Saturday, September 7, 2019

Gaiman Watch: Stardust (2007)

Watched:  09/06/2019
Format:  Netflix
Viewing:  First
Decade:  2000's

I have to say - the marketing team absolutely dropped the ball advertising Stardust (2007).  I recall hearing the movie was coming, based on Gaiman that I hadn't yet read, saw the trailer and decided: eh, I'm good.

My memory of the trailer was that it looked like a doofy guy trying to woo Claire Danes in the basket of a hot air balloon or some such.  I wouldn't say I took a hard pass, but I didn't see it til 2019, so...

Very, very Neil Gaiman in character and ideas, the movie has the feel of a familiar fairy tale or legend, but spun from pieces of zeitgeisty-concepts and all new notions.  Castles, kings, pirates, magic, rights of ascension...  There's the matter-of-factness of a 19th Century story for children in the telling, which uses that semi-lecturey tone to insist "of course there's a fairy-tale land with witches.  Everyone knows this."   And whether we respond to this as adults out of nostalgia or training, I can't say - but it's a great way to frame a story. 

With a convivial tone, even the threats never present much of a threat - helped along with absurdity and game performances including a starring turn by Michelle Pfeiffer (who I didn't even recall being in the movie from the advertising, which... Pfeiffer is a draw, studio execs) as our chief evil sorcerer.  There's a bit of a comedic highlight as she enlists a goat into her service as well as a young man who goes through more than anyone should have to.

Our protagonist is played by Charlie Cox, he of Daredevil fame,  who really nails the starry-eyed village-boy to worthy hero/ love interest much, much better than in most of these stories - both in performance and because the story doesn't establish him as a simp or idiot at the story's opening - just a kid who needs to widen his world and have experience beyond his tiny village.  Claire Danes manages what could be a thankless role as the pretty, supernatural character who has just fallen to Earth (and a walking MacGuffin), and makes the character likable and winning as she isn't so much naive as she is inexperienced, but an observer now engaging in humanity.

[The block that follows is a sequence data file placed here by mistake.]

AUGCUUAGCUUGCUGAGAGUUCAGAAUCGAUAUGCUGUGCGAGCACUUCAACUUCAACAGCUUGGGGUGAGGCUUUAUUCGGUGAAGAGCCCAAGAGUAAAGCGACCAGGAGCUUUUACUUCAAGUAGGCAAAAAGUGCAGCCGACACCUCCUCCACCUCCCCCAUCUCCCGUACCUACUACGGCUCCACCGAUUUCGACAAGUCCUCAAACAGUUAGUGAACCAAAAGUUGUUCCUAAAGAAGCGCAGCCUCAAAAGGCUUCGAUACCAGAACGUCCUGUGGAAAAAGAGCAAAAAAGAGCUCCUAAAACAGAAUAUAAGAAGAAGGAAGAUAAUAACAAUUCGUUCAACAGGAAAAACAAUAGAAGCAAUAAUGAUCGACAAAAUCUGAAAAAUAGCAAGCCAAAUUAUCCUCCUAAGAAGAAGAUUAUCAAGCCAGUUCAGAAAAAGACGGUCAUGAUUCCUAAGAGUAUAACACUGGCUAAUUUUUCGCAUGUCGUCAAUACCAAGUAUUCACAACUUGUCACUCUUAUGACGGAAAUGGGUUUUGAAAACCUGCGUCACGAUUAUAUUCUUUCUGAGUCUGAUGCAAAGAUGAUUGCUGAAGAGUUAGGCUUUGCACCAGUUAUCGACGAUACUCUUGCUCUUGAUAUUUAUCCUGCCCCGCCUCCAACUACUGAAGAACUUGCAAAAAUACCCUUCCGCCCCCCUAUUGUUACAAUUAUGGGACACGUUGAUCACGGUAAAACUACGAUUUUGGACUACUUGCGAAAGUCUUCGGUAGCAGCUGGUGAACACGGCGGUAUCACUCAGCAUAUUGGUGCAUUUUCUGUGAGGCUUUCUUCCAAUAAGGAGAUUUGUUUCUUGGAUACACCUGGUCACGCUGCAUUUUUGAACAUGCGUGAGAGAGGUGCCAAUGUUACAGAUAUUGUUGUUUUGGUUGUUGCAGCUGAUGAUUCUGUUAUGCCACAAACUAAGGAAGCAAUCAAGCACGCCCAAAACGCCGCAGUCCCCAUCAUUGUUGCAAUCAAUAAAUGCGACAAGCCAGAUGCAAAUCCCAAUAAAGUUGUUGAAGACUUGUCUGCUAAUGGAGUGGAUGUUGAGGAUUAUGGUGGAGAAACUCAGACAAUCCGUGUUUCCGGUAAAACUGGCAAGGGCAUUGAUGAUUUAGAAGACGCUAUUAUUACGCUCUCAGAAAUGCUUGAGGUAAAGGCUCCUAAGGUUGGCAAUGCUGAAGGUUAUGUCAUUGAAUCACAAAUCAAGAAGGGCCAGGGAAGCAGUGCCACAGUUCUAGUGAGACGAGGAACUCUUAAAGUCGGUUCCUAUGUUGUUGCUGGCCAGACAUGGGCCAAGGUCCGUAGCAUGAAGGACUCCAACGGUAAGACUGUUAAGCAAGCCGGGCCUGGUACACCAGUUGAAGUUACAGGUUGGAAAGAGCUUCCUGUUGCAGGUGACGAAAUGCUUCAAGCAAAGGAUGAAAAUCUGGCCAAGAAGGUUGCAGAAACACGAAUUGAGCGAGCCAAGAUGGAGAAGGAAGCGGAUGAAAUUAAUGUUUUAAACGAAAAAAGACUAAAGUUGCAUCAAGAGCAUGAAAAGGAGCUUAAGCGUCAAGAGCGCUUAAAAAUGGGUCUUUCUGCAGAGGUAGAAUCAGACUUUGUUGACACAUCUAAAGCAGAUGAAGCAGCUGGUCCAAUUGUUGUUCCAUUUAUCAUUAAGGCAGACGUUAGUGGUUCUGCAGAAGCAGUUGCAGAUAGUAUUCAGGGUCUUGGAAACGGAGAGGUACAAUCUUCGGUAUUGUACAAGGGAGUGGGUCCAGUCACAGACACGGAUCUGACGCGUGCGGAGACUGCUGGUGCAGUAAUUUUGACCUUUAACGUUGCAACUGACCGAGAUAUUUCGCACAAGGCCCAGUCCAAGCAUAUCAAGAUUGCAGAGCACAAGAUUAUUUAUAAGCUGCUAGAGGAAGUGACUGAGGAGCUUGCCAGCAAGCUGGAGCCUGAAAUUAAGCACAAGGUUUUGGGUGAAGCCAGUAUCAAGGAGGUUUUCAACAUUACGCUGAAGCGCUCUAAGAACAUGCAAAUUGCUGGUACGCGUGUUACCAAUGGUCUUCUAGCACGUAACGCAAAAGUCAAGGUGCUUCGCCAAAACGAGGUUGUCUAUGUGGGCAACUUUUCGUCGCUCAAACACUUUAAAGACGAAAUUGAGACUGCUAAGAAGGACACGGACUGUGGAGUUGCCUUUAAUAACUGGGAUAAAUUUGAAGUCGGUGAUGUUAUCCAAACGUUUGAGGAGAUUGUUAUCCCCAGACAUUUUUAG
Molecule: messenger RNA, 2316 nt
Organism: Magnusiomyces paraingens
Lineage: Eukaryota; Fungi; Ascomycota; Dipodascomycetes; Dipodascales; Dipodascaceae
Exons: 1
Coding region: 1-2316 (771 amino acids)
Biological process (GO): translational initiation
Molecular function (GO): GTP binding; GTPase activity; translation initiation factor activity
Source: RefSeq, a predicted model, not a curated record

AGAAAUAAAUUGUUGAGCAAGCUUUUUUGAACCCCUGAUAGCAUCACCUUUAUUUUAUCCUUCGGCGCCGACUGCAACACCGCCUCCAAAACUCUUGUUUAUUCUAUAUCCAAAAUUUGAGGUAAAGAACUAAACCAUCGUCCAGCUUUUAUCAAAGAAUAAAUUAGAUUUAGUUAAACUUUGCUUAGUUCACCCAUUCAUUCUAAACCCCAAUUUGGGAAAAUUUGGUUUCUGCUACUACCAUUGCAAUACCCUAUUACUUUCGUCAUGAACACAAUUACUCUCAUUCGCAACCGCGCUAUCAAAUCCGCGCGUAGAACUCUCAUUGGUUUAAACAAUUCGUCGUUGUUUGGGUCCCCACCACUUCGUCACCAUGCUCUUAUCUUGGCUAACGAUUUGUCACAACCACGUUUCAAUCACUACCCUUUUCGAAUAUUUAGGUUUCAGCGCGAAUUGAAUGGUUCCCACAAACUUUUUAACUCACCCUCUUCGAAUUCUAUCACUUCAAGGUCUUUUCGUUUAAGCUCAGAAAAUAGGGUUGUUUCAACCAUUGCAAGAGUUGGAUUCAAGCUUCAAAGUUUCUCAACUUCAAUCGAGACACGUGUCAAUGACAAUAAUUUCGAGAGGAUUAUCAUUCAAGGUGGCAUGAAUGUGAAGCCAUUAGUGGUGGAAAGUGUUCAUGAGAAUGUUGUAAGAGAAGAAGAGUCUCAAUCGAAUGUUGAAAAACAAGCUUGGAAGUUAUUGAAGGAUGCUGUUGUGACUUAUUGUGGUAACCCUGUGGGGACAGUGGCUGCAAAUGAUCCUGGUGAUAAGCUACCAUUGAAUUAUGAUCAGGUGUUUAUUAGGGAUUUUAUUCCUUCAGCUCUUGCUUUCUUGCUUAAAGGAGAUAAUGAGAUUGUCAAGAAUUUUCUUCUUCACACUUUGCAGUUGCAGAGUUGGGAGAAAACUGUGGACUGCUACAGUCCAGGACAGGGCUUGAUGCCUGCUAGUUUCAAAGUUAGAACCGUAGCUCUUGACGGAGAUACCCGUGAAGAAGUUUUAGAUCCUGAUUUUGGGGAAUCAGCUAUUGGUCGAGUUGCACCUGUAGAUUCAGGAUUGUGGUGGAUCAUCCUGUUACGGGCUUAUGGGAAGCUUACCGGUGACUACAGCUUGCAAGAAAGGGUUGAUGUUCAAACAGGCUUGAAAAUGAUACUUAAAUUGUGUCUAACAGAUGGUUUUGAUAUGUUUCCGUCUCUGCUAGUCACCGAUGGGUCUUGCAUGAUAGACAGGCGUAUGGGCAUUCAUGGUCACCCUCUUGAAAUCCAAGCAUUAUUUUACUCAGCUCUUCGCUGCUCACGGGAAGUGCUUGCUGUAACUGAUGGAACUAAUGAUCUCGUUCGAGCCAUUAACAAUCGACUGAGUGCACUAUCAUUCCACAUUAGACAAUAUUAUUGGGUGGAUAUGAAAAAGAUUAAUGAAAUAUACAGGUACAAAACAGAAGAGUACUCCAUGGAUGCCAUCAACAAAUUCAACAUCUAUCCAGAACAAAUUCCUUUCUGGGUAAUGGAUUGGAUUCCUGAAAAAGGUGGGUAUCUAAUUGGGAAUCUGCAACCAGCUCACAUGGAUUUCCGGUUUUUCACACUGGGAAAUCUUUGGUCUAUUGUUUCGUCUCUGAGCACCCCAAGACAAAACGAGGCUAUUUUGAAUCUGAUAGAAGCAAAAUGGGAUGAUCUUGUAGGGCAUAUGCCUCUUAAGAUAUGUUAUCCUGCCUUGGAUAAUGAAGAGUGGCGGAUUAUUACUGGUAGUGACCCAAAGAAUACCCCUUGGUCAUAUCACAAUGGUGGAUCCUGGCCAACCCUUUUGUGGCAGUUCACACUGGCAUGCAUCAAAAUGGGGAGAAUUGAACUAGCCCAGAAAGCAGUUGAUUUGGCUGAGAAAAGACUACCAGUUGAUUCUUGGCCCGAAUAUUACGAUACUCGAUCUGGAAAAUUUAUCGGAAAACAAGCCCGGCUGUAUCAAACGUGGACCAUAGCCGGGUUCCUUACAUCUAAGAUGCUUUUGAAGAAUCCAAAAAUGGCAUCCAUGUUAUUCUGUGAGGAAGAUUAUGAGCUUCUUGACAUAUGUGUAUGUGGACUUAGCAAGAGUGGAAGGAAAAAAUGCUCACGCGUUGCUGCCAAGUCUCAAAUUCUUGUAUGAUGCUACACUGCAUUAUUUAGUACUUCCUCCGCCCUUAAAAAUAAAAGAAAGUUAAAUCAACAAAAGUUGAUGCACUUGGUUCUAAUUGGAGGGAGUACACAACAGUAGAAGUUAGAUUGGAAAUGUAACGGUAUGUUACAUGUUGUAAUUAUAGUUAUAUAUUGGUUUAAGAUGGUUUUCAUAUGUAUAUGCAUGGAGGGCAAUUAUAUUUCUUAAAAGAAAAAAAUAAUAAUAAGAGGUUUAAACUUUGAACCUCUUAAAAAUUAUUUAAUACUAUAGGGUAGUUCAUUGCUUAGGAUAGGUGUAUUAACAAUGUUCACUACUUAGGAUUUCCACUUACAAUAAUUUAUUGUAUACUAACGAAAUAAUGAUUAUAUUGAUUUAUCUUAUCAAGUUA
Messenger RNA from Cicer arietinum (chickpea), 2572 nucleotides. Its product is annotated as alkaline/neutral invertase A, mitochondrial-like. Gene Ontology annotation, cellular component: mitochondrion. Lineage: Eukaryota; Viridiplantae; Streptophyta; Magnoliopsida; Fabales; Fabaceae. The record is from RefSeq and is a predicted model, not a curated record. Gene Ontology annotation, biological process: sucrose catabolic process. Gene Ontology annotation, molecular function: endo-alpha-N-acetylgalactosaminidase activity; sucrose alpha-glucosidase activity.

I don't wish to spoil the story of the 7 princes who are in battle for their father's (Peter O'Toole) throne.  Nor the tale of the lightning pirates led by Robert Deniro in an off-beat role (which has aged oddly in a short amount of time).  But I did find the story of Tristan's (Charlie Cox) mother a bit of fairy-tale perfection.

The movie does not have the same sense of humor or nuance as The Princess Bride, but I'll argue the two would pair well as fantasy romance films cast from two different molds but both putting you into a fun place you want to keep exploring and see more of, but feel the ending of both films tells a complete and satisfying story.

Anyhoo... not a *perfect* movie, whatever that may be, but I was very pleasantly surprised by near everything in the film.  And, of course, worth it just for Pfeiffer alone.  She's pretty great here.

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